AIG prepares to sell 'damaged goods'
A general view of insurance company AIG on March 26, 2009 in London, England. The company has received more than 170 billion USD from the US tax payer as part of a stimulus package. A substantial amount of this package was subsequently spent on executive's bonuses and despite calls from US authorities and President Obama for this money to be returned so far the company executives have refused.
TEXT OF STORY
STEVE CHIOTAKIS: It may take a little while, but the insurance giant AIG is on the road to repaying billions it got in bailout money. Taxpayers pulled the company out of the financial abyss during the financial meltdown more than two years ago. The U.S. Treasury stands to break even. And there'll be a nice bonus for one of the big banks that got bailouts of its own.
Marketplace's Mitchell Hartman reports.
MITCHELL HARTMAN: The U.S. Treasury and AIG have taken pitches from a who's who of investment banking -- Goldman Sachs, B of A, Citigroup and others. They want to underwrite AIG's first stock offering since the bailout and takeover by U.S. taxpayers.
Their potential profit: $300 million. Bank analyst Bert Ely says they'll have to work for it.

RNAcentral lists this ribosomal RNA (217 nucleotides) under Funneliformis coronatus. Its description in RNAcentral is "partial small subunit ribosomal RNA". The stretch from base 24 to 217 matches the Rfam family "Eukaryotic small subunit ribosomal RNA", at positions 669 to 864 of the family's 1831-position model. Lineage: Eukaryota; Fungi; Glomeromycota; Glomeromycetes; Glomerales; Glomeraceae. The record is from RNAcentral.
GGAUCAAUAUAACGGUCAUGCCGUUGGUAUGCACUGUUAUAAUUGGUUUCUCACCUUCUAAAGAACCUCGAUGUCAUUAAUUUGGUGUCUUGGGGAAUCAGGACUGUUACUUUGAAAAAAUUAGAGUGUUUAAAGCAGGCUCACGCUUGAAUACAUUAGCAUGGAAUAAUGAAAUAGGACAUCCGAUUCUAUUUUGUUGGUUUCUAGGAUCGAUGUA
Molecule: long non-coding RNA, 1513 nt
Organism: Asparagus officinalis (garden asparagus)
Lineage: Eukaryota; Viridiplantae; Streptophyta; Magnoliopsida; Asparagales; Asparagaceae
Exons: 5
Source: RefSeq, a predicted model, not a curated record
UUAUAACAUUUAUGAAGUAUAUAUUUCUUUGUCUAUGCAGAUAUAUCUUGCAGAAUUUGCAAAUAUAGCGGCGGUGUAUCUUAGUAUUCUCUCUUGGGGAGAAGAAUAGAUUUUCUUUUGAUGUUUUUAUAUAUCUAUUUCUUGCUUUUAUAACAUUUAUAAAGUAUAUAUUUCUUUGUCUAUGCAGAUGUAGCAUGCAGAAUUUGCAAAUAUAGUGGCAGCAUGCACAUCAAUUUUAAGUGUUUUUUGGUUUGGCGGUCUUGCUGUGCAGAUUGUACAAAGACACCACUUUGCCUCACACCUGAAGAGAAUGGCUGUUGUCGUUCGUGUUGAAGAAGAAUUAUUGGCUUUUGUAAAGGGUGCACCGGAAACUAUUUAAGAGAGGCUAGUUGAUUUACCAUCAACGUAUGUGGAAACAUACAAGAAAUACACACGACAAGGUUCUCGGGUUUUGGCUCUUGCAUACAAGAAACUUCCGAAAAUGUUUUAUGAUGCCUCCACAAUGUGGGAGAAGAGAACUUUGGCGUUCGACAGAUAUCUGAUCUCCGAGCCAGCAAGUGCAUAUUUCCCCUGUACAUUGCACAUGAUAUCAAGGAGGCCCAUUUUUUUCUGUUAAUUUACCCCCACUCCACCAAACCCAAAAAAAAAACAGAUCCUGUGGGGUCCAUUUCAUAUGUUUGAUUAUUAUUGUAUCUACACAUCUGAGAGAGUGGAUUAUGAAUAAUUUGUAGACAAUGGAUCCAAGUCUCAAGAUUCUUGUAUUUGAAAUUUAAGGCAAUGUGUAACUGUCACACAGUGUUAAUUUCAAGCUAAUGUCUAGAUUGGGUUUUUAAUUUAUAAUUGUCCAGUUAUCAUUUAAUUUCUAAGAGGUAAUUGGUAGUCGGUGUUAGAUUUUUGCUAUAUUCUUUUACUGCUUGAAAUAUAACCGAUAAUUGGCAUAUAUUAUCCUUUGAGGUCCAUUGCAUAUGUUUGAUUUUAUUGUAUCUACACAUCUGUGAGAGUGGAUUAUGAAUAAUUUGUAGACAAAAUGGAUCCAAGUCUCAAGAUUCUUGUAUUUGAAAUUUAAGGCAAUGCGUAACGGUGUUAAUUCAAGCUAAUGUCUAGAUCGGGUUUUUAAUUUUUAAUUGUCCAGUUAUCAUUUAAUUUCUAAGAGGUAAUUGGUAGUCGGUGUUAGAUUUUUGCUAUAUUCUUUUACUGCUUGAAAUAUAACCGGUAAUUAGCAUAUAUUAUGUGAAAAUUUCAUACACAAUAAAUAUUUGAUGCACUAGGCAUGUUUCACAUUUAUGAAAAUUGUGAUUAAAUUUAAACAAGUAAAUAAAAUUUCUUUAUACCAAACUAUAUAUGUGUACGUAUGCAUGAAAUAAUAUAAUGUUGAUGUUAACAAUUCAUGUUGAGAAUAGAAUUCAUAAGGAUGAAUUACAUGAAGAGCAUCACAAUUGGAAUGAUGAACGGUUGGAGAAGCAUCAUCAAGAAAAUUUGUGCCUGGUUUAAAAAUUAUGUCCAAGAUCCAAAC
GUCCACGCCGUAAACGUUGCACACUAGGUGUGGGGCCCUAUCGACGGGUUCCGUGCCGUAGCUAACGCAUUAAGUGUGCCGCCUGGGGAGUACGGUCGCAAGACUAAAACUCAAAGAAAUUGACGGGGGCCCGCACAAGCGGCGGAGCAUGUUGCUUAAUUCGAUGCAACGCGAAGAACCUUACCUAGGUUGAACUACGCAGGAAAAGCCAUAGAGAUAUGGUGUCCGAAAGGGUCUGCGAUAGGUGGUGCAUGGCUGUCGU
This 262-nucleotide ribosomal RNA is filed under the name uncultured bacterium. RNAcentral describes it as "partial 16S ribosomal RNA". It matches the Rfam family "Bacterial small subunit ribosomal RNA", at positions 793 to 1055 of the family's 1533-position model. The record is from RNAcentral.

BERT ELY: The real challenge is to be able to get top dollar for what had been damaged goods.
'Damaged' because of AIG's legacy of catastrophic financial risks. The underwriters will have to convince investors they're buying a different AIG: safe, streamlined and poised for profit selling boring-old insurance.
University of Portland finance professor Rich Gritta says this is a bailout story turned GOOD.
RICH GRITTA: Government has kept the financial system in place, by bailing out a couple of key firms, and the taxpayer's not going to have to have paid a dime.
It's likely the government will recoup its remaining $50 billion investment when AIG sells stock later this year.
I'm Mitchell Hartman for Marketplace.